The Astor Economic Index was essentially unchanged month over month, ending June at a level consistent with strong to very strong economic growth. Of course, a quiet month in the AEI® does not mean that there is no interesting economic data to dissect, and we delve into some highlights below.
The story of the past few months has been that job openings are plentiful and willing workers are not, so it was encouraging to see payrolls pick up steam, with nonfarm payrolls increasing by 850,000. This gain was helped along substantially by renewed hiring in hospitality and leisure, which has suffered the largest share of pandemic job losses. U-6 underemployment (which includes discouraged workers) ticked down to 9.8%, suggesting that more workers are willing to enter the workforce, and in a sign of employer concessions, average hourly earnings climbed by 0.3% m/m (3.6% y/y). In an Indeed.com survey, most unemployed workers suggested continued COVID-19 fears were to blame for not entering the workforce, with unemployment benefits least likely to impact their job hunt.
ISM Purchasing Manager Indexes have begun to cool recently but remain at very high levels, with manufacturing at 60.6 and services at 60.1 (levels above 50 indicate expansion). Labor shortages have become broadly apparent in both sectors, with employment indexes falling below 50. It will come as no surprise that prices remain highly elevated in both indexes.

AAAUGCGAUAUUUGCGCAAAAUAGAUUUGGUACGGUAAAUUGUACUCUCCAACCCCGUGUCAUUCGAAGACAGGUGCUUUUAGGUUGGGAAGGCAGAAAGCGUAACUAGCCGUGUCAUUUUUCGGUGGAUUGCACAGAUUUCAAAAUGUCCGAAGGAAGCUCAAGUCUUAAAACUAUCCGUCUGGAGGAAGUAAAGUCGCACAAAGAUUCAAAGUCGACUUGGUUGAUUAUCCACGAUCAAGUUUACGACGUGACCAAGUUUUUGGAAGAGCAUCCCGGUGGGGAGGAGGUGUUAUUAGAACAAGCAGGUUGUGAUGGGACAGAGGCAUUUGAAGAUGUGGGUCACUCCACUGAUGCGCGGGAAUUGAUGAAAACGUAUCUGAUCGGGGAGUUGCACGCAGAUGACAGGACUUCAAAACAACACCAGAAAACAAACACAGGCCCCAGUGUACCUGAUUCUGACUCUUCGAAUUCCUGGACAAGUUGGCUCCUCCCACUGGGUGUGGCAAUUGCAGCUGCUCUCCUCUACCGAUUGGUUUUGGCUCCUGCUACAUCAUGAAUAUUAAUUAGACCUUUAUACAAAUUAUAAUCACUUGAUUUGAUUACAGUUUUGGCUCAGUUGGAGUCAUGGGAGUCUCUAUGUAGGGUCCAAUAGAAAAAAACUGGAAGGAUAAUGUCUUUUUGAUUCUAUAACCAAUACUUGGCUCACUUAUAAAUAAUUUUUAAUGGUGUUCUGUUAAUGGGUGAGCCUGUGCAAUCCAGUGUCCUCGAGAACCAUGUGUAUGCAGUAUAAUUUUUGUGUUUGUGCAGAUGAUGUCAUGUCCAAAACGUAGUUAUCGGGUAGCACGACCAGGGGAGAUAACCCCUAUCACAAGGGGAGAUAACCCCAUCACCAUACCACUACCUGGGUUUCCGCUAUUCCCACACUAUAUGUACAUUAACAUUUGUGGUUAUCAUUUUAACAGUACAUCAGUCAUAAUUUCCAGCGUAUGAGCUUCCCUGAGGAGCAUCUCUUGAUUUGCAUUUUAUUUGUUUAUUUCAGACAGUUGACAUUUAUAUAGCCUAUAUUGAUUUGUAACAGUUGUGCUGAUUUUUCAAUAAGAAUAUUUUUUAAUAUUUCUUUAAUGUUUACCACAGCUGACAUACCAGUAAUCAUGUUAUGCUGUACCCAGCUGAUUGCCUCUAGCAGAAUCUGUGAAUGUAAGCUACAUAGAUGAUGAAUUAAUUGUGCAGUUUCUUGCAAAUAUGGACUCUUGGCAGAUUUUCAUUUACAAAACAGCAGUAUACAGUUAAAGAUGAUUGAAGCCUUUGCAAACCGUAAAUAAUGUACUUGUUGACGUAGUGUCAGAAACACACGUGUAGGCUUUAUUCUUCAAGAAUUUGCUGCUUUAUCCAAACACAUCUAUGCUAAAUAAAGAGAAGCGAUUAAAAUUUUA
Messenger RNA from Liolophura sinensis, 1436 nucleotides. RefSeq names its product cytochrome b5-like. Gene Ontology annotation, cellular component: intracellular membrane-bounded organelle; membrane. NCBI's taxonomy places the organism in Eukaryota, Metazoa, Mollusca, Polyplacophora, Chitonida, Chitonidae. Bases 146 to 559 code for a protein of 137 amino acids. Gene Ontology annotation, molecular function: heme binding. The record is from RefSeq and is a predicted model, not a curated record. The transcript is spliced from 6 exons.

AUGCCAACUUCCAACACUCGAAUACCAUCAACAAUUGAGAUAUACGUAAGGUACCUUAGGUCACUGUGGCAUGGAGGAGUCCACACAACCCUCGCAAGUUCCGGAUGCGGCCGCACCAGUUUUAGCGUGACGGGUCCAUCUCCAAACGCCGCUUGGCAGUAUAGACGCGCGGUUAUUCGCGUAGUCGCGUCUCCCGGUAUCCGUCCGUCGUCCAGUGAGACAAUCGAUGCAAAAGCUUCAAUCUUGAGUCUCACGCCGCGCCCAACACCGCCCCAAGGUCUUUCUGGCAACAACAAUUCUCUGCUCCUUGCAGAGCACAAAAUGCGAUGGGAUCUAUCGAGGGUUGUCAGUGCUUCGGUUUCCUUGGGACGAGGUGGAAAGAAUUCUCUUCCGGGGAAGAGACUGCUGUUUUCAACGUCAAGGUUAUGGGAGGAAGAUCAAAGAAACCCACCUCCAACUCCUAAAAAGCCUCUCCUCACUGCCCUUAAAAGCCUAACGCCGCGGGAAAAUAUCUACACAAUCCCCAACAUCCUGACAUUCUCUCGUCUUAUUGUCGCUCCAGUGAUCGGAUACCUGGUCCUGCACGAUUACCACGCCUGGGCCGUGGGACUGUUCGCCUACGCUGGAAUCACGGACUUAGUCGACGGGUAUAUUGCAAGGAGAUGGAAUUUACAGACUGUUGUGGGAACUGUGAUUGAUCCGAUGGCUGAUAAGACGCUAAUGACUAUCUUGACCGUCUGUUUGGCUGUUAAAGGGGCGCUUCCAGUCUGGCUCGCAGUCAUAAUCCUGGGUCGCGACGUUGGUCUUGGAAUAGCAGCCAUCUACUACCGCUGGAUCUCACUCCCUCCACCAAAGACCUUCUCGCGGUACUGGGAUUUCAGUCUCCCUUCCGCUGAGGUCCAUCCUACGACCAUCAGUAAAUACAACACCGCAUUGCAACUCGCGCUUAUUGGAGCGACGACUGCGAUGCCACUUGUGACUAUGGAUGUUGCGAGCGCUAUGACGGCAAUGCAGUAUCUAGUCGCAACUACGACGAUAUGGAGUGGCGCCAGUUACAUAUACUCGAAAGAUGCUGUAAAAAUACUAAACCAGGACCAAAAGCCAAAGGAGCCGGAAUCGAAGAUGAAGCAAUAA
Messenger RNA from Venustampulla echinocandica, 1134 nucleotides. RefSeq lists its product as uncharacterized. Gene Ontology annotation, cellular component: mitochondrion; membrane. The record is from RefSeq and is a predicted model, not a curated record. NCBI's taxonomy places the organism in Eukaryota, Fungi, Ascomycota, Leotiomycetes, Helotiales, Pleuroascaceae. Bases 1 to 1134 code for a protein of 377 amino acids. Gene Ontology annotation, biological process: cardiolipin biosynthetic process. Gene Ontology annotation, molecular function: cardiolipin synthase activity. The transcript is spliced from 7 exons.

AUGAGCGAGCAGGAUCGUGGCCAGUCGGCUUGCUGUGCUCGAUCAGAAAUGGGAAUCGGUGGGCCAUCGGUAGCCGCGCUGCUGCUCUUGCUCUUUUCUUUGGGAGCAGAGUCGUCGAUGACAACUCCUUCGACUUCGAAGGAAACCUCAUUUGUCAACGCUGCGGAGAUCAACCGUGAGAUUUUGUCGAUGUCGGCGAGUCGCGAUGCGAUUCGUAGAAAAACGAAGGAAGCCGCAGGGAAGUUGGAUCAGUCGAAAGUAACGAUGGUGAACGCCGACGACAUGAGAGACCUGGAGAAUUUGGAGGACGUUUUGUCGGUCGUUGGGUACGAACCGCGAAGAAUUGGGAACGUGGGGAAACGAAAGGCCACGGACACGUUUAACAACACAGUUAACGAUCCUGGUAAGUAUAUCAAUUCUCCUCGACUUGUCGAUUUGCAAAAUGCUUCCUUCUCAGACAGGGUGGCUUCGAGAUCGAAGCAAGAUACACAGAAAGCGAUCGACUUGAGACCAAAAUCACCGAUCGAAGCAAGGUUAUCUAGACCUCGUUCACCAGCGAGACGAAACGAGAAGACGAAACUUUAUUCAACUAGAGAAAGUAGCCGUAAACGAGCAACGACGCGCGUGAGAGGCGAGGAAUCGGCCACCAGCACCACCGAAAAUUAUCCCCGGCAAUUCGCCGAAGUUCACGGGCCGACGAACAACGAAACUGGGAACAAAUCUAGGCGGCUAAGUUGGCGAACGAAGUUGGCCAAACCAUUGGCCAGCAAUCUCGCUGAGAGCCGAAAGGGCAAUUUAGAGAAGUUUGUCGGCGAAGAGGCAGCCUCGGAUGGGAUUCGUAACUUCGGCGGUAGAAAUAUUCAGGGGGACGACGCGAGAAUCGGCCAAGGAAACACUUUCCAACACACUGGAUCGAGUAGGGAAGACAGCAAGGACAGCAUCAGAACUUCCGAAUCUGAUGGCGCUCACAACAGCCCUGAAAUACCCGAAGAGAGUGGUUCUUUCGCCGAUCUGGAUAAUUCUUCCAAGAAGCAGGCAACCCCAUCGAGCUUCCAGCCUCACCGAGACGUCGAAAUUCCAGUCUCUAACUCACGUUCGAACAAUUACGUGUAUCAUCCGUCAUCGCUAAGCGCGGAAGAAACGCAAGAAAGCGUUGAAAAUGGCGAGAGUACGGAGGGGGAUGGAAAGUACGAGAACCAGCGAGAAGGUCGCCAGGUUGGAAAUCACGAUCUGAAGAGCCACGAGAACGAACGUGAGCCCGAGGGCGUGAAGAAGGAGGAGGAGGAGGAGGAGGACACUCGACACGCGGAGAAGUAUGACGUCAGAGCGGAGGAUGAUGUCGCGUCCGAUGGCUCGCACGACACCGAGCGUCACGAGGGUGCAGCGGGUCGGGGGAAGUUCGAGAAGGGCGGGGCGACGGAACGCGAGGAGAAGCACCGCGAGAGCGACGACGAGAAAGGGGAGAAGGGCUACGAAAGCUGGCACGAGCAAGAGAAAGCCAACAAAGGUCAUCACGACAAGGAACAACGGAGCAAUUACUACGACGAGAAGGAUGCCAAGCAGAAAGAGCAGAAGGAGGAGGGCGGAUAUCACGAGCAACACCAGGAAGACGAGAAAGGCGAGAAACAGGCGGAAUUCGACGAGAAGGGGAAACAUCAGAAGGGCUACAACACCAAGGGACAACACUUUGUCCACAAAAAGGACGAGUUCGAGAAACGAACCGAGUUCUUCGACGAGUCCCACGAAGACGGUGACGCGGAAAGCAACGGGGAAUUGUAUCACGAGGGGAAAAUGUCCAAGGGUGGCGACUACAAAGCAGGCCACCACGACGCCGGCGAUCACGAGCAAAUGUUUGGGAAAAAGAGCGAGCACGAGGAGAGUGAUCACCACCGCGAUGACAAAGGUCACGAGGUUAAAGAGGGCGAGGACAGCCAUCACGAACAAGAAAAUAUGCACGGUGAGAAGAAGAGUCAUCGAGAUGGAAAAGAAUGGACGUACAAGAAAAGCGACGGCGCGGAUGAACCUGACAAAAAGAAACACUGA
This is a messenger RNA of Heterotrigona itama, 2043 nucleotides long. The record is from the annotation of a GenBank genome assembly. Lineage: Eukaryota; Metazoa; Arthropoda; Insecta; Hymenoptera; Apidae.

On the topic of inflation, May’s CPI inflation print (published on June 10th) came in hot at 5% y/y (core was 3.8%) – our readers are likely tired of being told about the base effect, so I will skip the usual caveats. This was the highest reading since 1992, but as we have pointed out in previous writings, increases were largely seen in “post-pandemic” categories like used cars and airfare. Expectations for next month suggest moderation of headline inflation into the 4% range, and it is worth noting that forward looking inflation measures have begun to decline of late. As of this writing (July 8th), the yield on 10 year U.S. treasuries is below 1.3%, suggesting that inflation risk premiums or inflation expectations have declined, and that bond market participants are falling in line with the Federal Reserve’s view that inflation is likely to be transitory.
Broadly speaking, the trend for the U.S. economy is one of continued recovery and growing strength. Nonetheless, we have some ways to travel before output reaches pre-pandemic trend levels, and the labor market continues to lag strong growth figures. We will be watching labor market dynamics and inflation trends closely in the weeks to come.